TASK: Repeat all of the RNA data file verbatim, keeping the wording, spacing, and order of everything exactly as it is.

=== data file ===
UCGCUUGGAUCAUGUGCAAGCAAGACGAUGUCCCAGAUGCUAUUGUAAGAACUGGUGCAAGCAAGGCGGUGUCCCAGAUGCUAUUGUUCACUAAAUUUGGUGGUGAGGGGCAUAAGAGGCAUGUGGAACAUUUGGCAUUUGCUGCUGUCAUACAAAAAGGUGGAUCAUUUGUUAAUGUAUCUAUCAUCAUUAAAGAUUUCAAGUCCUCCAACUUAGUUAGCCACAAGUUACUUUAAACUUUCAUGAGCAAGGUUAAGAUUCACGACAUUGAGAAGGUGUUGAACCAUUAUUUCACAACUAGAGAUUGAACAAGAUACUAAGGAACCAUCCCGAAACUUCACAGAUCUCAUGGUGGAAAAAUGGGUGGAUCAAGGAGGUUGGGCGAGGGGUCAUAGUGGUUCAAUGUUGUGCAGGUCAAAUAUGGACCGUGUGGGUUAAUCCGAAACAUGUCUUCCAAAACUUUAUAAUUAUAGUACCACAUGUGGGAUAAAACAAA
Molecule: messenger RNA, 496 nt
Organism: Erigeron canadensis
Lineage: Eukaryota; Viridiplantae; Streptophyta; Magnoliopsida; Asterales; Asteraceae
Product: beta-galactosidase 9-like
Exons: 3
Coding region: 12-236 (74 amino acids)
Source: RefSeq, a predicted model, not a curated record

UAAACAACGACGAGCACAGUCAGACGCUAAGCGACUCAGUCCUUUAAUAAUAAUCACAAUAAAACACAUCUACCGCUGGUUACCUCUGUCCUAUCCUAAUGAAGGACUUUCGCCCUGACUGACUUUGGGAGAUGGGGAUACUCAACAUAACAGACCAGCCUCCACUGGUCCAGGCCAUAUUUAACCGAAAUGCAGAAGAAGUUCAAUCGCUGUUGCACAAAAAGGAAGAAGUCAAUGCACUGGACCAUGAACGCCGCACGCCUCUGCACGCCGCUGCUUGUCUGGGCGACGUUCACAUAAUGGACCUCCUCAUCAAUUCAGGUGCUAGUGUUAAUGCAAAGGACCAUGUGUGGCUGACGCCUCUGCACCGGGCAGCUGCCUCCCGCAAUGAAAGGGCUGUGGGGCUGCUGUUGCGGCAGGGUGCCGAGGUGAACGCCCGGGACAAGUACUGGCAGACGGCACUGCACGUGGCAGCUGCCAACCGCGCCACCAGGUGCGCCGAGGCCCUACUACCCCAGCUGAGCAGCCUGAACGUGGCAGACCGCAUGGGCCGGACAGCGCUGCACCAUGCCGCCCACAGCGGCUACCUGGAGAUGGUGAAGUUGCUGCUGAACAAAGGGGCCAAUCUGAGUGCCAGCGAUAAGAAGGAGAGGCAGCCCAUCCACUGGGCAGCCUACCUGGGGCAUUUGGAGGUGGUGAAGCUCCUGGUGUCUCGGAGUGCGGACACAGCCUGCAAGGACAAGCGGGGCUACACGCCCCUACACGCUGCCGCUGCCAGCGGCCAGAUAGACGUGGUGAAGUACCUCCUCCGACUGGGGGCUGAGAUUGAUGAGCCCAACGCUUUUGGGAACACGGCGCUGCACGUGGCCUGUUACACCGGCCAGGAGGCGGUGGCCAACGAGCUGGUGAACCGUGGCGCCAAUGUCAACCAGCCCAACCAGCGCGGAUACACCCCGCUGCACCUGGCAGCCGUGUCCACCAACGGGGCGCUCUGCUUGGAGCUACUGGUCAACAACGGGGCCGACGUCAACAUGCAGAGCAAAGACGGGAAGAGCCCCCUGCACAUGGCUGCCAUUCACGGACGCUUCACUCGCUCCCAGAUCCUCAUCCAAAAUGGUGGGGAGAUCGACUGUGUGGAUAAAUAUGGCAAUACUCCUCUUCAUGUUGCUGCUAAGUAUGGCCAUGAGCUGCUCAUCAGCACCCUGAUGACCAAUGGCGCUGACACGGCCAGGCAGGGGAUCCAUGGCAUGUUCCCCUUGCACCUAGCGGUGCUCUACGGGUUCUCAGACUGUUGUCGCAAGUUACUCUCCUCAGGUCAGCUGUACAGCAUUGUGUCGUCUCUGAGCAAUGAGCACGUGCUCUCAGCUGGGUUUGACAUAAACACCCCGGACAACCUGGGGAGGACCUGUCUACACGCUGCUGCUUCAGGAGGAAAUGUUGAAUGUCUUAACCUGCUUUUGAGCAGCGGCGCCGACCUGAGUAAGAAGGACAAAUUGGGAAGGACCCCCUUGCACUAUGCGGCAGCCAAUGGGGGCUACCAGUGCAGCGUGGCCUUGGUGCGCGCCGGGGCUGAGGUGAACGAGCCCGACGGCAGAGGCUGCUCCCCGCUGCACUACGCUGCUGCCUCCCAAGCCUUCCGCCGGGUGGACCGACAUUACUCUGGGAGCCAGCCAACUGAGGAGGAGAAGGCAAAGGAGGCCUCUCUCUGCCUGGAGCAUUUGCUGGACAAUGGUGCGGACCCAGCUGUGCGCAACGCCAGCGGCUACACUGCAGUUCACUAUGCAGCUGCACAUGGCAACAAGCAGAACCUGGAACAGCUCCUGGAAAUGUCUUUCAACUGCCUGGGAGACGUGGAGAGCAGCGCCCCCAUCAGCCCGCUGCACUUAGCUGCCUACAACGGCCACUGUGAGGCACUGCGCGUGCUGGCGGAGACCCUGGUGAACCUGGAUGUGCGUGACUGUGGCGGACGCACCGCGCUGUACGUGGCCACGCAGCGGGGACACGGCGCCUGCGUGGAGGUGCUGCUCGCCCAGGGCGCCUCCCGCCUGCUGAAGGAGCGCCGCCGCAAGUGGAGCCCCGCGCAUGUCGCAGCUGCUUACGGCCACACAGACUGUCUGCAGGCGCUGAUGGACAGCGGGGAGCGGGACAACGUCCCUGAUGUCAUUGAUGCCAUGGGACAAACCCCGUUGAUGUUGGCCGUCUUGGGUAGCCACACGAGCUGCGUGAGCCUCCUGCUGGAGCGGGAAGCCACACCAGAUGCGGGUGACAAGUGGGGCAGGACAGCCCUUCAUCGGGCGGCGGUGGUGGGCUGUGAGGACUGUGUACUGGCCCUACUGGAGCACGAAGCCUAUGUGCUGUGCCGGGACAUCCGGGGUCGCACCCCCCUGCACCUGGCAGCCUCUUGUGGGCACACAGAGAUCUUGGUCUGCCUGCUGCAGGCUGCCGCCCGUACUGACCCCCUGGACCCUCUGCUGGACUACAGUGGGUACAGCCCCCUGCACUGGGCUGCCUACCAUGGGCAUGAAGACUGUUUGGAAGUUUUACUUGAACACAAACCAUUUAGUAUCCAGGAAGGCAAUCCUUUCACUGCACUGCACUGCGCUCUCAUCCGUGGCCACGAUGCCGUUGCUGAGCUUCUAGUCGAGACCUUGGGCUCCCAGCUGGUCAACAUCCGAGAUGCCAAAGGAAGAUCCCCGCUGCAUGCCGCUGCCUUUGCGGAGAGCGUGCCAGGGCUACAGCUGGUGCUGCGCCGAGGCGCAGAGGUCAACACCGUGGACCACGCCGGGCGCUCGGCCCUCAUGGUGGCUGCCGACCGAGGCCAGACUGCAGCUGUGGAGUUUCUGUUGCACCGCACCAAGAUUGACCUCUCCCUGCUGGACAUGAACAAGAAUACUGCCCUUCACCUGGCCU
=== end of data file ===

UCGCUUGGAUCAUGUGCAAGCAAGACGAUGUCCCAGAUGCUAUUGUAAGAACUGGUGCAAGCAAGGCGGUGUCCCAGAUGCUAUUGUUCACUAAAUUUGGUGGUGAGGGGCAUAAGAGGCAUGUGGAACAUUUGGCAUUUGCUGCUGUCAUACAAAAAGGUGGAUCAUUUGUUAAUGUAUCUAUCAUCAUUAAAGAUUUCAAGUCCUCCAACUUAGUUAGCCACAAGUUACUUUAAACUUUCAUGAGCAAGGUUAAGAUUCACGACAUUGAGAAGGUGUUGAACCAUUAUUUCACAACUAGAGAUUGAACAAGAUACUAAGGAACCAUCCCGAAACUUCACAGAUCUCAUGGUGGAAAAAUGGGUGGAUCAAGGAGGUUGGGCGAGGGGUCAUAGUGGUUCAAUGUUGUGCAGGUCAAAUAUGGACCGUGUGGGUUAAUCCGAAACAUGUCUUCCAAAACUUUAUAAUUAUAGUACCACAUGUGGGAUAAAACAAA
Molecule: messenger RNA, 496 nt
Organism: Erigeron canadensis
Lineage: Eukaryota; Viridiplantae; Streptophyta; Magnoliopsida; Asterales; Asteraceae
Product: beta-galactosidase 9-like
Exons: 3
Coding region: 12-236 (74 amino acids)
Source: RefSeq, a predicted model, not a curated record

UAAACAACGACGAGCACAGUCAGACGCUAAGCGACUCAGUCCUUUAAUAAUAAUCACAAUAAAACACAUCUACCGCUGGUUACCUCUGUCCUAUCCUAAUGAAGGACUUUCGCCCUGACUGACUUUGGGAGAUGGGGAUACUCAACAUAACAGACCAGCCUCCACUGGUCCAGGCCAUAUUUAACCGAAAUGCAGAAGAAGUUCAAUCGCUGUUGCACAAAAAGGAAGAAGUCAAUGCACUGGACCAUGAACGCCGCACGCCUCUGCACGCCGCUGCUUGUCUGGGCGACGUUCACAUAAUGGACCUCCUCAUCAAUUCAGGUGCUAGUGUUAAUGCAAAGGACCAUGUGUGGCUGACGCCUCUGCACCGGGCAGCUGCCUCCCGCAAUGAAAGGGCUGUGGGGCUGCUGUUGCGGCAGGGUGCCGAGGUGAACGCCCGGGACAAGUACUGGCAGACGGCACUGCACGUGGCAGCUGCCAACCGCGCCACCAGGUGCGCCGAGGCCCUACUACCCCAGCUGAGCAGCCUGAACGUGGCAGACCGCAUGGGCCGGACAGCGCUGCACCAUGCCGCCCACAGCGGCUACCUGGAGAUGGUGAAGUUGCUGCUGAACAAAGGGGCCAAUCUGAGUGCCAGCGAUAAGAAGGAGAGGCAGCCCAUCCACUGGGCAGCCUACCUGGGGCAUUUGGAGGUGGUGAAGCUCCUGGUGUCUCGGAGUGCGGACACAGCCUGCAAGGACAAGCGGGGCUACACGCCCCUACACGCUGCCGCUGCCAGCGGCCAGAUAGACGUGGUGAAGUACCUCCUCCGACUGGGGGCUGAGAUUGAUGAGCCCAACGCUUUUGGGAACACGGCGCUGCACGUGGCCUGUUACACCGGCCAGGAGGCGGUGGCCAACGAGCUGGUGAACCGUGGCGCCAAUGUCAACCAGCCCAACCAGCGCGGAUACACCCCGCUGCACCUGGCAGCCGUGUCCACCAACGGGGCGCUCUGCUUGGAGCUACUGGUCAACAACGGGGCCGACGUCAACAUGCAGAGCAAAGACGGGAAGAGCCCCCUGCACAUGGCUGCCAUUCACGGACGCUUCACUCGCUCCCAGAUCCUCAUCCAAAAUGGUGGGGAGAUCGACUGUGUGGAUAAAUAUGGCAAUACUCCUCUUCAUGUUGCUGCUAAGUAUGGCCAUGAGCUGCUCAUCAGCACCCUGAUGACCAAUGGCGCUGACACGGCCAGGCAGGGGAUCCAUGGCAUGUUCCCCUUGCACCUAGCGGUGCUCUACGGGUUCUCAGACUGUUGUCGCAAGUUACUCUCCUCAGGUCAGCUGUACAGCAUUGUGUCGUCUCUGAGCAAUGAGCACGUGCUCUCAGCUGGGUUUGACAUAAACACCCCGGACAACCUGGGGAGGACCUGUCUACACGCUGCUGCUUCAGGAGGAAAUGUUGAAUGUCUUAACCUGCUUUUGAGCAGCGGCGCCGACCUGAGUAAGAAGGACAAAUUGGGAAGGACCCCCUUGCACUAUGCGGCAGCCAAUGGGGGCUACCAGUGCAGCGUGGCCUUGGUGCGCGCCGGGGCUGAGGUGAACGAGCCCGACGGCAGAGGCUGCUCCCCGCUGCACUACGCUGCUGCCUCCCAAGCCUUCCGCCGGGUGGACCGACAUUACUCUGGGAGCCAGCCAACUGAGGAGGAGAAGGCAAAGGAGGCCUCUCUCUGCCUGGAGCAUUUGCUGGACAAUGGUGCGGACCCAGCUGUGCGCAACGCCAGCGGCUACACUGCAGUUCACUAUGCAGCUGCACAUGGCAACAAGCAGAACCUGGAACAGCUCCUGGAAAUGUCUUUCAACUGCCUGGGAGACGUGGAGAGCAGCGCCCCCAUCAGCCCGCUGCACUUAGCUGCCUACAACGGCCACUGUGAGGCACUGCGCGUGCUGGCGGAGACCCUGGUGAACCUGGAUGUGCGUGACUGUGGCGGACGCACCGCGCUGUACGUGGCCACGCAGCGGGGACACGGCGCCUGCGUGGAGGUGCUGCUCGCCCAGGGCGCCUCCCGCCUGCUGAAGGAGCGCCGCCGCAAGUGGAGCCCCGCGCAUGUCGCAGCUGCUUACGGCCACACAGACUGUCUGCAGGCGCUGAUGGACAGCGGGGAGCGGGACAACGUCCCUGAUGUCAUUGAUGCCAUGGGACAAACCCCGUUGAUGUUGGCCGUCUUGGGUAGCCACACGAGCUGCGUGAGCCUCCUGCUGGAGCGGGAAGCCACACCAGAUGCGGGUGACAAGUGGGGCAGGACAGCCCUUCAUCGGGCGGCGGUGGUGGGCUGUGAGGACUGUGUACUGGCCCUACUGGAGCACGAAGCCUAUGUGCUGUGCCGGGACAUCCGGGGUCGCACCCCCCUGCACCUGGCAGCCUCUUGUGGGCACACAGAGAUCUUGGUCUGCCUGCUGCAGGCUGCCGCCCGUACUGACCCCCUGGACCCUCUGCUGGACUACAGUGGGUACAGCCCCCUGCACUGGGCUGCCUACCAUGGGCAUGAAGACUGUUUGGAAGUUUUACUUGAACACAAACCAUUUAGUAUCCAGGAAGGCAAUCCUUUCACUGCACUGCACUGCGCUCUCAUCCGUGGCCACGAUGCCGUUGCUGAGCUUCUAGUCGAGACCUUGGGCUCCCAGCUGGUCAACAUCCGAGAUGCCAAAGGAAGAUCCCCGCUGCAUGCCGCUGCCUUUGCGGAGAGCGUGCCAGGGCUACAGCUGGUGCUGCGCCGAGGCGCAGAGGUCAACACCGUGGACCACGCCGGGCGCUCGGCCCUCAUGGUGGCUGCCGACCGAGGCCAGACUGCAGCUGUGGAGUUUCUGUUGCACCGCACCAAGAUUGACCUCUCCCUGCUGGACAUGAACAAGAAUACUGCCCUUCACCUGGCCU